2.11.2021

Can Restaurants Donate Leftover Food?

Written by Austin Chegini

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Each year, 40 million tons of food is wasted in the United States - that’s over 25% of the total US food supply. With so many people going hungry across the country, it is often wondered if restaurants can help give away unused food. After all, estimates indicate that the food industry spends $162 billion every year in costs related to wasted food.

So, can restaurants donate leftover food? 

Simply put, yes - restaurants can donate unused food. However, businesses must adhere to a few guidelines to ensure safety. 

Why aren’t restaurants donating more food?

Business owners need to worry about liability from all angles - slip and fall, working conditions, and food safety. With so many ongoing concerns, why would a business owner want to add another potential problem to their list of worries?

That being said, Nicole Civita, a professor and director of the Food Recovery Project with the University of Arkansas School of Law states there is no available public record of anyone in the United States being sued ― or having to pay damages ― because of harms related to donated food. 

In fact, restaurants have legal protection when it comes to donating food. Businesses benefit from the Bill Emerson Good Samaritan Food Donation Act. As long as the donor does not act with negligence or intentional misconduct, the restaurant is not liable for damage incurred as the result of illness. 

What to consider when donating food

Some business owners are surprised when an organization rejects their donations. This may discourage restaurateurs from donating again in the future, but it is for good reason.

Restaurants can donate leftovers, but they have to abide by regulations and organizational policies. For example, the United States Department of Agriculture has specific guidelines for donating food. Likewise, organizations like Feeding America require food banks in their networks to follow set guidelines.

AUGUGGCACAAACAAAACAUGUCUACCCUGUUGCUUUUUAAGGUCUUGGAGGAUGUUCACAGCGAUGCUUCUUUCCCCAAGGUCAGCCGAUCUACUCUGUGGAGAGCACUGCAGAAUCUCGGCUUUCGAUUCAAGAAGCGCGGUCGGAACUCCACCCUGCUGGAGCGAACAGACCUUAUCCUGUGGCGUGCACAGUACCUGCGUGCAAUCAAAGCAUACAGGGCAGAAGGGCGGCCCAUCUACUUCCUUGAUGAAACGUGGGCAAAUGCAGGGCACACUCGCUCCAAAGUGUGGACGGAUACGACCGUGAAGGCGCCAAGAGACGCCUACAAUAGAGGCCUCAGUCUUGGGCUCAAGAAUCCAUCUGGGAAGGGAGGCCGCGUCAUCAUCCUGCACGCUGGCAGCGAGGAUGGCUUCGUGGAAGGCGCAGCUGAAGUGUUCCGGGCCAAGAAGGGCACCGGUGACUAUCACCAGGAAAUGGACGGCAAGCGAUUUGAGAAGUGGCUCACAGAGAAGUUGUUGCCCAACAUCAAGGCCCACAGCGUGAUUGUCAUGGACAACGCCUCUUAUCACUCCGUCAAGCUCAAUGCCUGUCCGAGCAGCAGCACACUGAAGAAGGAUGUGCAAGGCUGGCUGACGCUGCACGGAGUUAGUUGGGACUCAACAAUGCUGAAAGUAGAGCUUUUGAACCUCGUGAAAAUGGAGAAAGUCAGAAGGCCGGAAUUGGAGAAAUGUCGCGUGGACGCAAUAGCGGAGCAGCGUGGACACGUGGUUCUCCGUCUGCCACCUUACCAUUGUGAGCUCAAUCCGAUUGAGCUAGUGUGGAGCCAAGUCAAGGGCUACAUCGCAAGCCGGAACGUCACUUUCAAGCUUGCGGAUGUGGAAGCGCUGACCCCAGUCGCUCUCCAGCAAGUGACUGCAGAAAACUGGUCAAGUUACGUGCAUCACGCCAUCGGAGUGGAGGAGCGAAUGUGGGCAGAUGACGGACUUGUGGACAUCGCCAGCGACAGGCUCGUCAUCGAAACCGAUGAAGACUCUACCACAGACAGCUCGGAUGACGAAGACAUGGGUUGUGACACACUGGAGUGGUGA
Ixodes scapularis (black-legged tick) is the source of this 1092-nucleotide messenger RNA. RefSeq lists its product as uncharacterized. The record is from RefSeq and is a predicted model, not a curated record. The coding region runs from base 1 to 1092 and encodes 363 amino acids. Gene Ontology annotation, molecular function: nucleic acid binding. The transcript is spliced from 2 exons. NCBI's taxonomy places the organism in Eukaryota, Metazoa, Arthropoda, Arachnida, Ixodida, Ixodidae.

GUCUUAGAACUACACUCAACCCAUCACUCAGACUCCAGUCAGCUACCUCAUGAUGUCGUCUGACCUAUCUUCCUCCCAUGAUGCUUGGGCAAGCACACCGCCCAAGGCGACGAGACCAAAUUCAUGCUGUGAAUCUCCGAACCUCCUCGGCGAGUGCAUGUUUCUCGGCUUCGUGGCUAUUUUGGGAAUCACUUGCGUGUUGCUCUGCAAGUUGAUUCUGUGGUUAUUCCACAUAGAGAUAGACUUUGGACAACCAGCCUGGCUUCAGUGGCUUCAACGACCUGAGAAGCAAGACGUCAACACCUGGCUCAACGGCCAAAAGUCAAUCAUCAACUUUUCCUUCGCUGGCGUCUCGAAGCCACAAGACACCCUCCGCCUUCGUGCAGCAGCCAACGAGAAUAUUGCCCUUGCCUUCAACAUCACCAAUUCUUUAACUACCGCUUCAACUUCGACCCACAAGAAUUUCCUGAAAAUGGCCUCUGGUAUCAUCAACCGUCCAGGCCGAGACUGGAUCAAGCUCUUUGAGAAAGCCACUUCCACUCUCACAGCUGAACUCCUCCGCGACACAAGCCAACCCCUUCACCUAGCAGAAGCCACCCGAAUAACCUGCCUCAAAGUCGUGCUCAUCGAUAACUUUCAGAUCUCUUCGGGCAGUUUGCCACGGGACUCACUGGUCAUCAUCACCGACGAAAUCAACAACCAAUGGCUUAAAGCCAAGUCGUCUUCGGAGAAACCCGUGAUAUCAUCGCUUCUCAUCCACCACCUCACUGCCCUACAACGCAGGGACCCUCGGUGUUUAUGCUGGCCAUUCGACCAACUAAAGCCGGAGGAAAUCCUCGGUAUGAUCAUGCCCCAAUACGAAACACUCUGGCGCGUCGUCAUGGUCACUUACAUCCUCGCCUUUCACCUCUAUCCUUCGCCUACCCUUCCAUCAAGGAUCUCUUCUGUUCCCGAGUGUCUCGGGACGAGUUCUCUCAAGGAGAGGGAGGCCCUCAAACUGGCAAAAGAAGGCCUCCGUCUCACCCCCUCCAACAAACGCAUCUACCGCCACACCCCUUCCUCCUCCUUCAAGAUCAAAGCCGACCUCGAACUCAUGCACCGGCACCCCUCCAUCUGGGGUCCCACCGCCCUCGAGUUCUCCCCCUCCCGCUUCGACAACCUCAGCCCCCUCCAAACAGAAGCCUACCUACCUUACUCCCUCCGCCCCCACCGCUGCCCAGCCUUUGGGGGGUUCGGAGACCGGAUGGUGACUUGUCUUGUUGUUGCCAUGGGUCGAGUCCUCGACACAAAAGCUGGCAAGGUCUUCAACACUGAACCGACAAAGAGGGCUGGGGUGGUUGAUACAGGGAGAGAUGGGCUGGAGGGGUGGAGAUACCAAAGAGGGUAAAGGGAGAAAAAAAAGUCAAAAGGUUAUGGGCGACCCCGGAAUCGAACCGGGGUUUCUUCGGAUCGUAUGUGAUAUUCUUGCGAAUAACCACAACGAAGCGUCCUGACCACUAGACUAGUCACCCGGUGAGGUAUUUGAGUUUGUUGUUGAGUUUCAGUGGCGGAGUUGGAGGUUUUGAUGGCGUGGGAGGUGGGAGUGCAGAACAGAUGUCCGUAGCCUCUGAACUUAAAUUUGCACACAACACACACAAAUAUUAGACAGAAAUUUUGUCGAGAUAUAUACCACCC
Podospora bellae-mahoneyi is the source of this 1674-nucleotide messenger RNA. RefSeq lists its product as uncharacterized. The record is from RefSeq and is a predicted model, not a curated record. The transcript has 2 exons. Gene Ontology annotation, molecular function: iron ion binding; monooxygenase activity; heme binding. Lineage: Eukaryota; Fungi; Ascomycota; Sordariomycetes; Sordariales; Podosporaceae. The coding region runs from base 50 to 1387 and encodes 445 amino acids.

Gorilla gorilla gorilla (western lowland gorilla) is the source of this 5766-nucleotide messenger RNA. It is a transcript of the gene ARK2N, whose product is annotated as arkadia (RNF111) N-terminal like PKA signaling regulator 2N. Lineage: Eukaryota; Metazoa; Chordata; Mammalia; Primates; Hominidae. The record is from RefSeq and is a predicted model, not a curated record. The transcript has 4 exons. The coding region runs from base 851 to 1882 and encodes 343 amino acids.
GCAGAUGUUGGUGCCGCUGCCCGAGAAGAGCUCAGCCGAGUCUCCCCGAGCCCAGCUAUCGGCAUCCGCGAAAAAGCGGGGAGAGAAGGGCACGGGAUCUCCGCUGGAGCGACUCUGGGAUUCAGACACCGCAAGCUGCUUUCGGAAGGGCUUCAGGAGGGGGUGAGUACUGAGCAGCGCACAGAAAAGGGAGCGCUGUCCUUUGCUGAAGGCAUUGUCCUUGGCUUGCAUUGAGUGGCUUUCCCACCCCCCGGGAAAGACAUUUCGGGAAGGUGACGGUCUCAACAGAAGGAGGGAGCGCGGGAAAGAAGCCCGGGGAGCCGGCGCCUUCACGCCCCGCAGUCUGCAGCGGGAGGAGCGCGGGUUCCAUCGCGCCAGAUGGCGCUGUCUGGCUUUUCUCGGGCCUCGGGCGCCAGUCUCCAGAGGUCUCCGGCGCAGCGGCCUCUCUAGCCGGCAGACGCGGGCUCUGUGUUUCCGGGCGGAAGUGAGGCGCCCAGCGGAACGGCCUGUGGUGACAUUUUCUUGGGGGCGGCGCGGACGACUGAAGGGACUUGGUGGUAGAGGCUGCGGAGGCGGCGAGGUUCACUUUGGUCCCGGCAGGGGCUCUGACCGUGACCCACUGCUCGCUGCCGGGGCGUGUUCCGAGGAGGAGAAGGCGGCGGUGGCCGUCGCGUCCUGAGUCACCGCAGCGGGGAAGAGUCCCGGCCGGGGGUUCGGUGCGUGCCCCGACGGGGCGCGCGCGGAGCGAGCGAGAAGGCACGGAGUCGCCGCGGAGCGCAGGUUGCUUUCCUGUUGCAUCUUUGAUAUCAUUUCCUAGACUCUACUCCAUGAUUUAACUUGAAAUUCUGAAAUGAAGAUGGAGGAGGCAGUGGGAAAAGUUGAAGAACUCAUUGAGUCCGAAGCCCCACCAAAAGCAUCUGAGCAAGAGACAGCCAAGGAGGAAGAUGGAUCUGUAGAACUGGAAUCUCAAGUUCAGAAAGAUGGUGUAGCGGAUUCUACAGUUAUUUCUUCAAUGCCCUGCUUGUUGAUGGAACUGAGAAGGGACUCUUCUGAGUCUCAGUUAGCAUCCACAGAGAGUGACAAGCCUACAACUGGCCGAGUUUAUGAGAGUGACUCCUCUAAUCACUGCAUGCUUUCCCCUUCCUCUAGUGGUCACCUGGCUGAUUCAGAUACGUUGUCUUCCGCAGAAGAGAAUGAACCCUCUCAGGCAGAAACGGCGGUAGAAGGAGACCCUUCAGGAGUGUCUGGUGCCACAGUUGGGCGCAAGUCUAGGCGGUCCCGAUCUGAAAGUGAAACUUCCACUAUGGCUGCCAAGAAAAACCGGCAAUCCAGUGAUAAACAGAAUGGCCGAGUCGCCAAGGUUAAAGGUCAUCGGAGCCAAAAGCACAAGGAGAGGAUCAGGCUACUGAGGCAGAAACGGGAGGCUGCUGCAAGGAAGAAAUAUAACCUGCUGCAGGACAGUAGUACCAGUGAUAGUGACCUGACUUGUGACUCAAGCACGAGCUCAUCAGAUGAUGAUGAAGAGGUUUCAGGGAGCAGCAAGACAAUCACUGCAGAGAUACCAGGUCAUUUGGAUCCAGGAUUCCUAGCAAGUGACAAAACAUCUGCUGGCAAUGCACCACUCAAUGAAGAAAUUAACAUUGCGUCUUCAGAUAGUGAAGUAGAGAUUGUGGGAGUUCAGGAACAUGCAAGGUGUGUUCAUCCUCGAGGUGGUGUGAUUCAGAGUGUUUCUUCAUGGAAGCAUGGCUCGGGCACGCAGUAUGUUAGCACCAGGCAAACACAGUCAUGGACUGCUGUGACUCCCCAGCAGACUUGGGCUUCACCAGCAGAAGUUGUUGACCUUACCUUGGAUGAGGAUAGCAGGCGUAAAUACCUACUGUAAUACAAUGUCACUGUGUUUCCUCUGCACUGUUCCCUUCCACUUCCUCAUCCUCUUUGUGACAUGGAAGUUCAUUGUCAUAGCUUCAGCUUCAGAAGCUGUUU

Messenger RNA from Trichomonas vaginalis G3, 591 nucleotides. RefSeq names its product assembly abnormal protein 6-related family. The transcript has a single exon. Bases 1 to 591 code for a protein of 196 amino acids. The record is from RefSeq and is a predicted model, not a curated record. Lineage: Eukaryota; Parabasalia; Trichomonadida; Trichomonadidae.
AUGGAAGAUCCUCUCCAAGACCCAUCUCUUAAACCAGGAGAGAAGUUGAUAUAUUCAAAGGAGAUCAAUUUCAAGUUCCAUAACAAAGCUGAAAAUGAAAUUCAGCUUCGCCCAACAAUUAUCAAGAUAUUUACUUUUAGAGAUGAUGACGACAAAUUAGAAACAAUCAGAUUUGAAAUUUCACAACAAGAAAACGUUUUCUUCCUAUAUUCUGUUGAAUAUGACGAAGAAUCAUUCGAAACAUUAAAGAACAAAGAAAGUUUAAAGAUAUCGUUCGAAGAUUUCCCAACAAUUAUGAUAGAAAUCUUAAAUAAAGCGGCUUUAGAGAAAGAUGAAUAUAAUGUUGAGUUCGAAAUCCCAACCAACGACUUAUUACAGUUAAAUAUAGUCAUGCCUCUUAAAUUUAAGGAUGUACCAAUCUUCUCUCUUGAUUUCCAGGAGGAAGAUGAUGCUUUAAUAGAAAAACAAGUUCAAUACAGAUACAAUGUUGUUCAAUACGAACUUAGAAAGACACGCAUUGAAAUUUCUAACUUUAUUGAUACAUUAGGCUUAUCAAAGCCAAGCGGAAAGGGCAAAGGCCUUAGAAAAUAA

Aside from these regulations, review each of these items to ensure organization accept your donations.

Only donate unused stock

Once food is served, it can no longer be given to most charitable organizations. This is a common issue for restaurants who prepare food in bulk, such as buffets and family-style establishments. You may have enough food to feed 100 people, but food safety standard prohibits you from sharing anything that has been previously served.

For instance, If you prepare 10 dishes of spaghetti and place them all in a buffet, all leftovers will go to waste. However, if you only set up 5 dishes and leave the other 5 in storage, you should be able to donate the remaining dishes as long as you follow food safety guidelines and work with a charity that accepts prepared meals.

Check expiration dates

If your restaurant has unused inventory, donating these goods can help free up shelf space, help your community, and earn you a few tax deductions. 

However, make sure your supplies are not expired before donating. Otherwise, you will waste time collecting and donating these items, and they will take up space at food pantries until workers realize the goods cannot be used. 

Tip: With the right inventory management system, you can minimize shrinkage and avoid having to donate items like these.

Develop a relationship with local food banks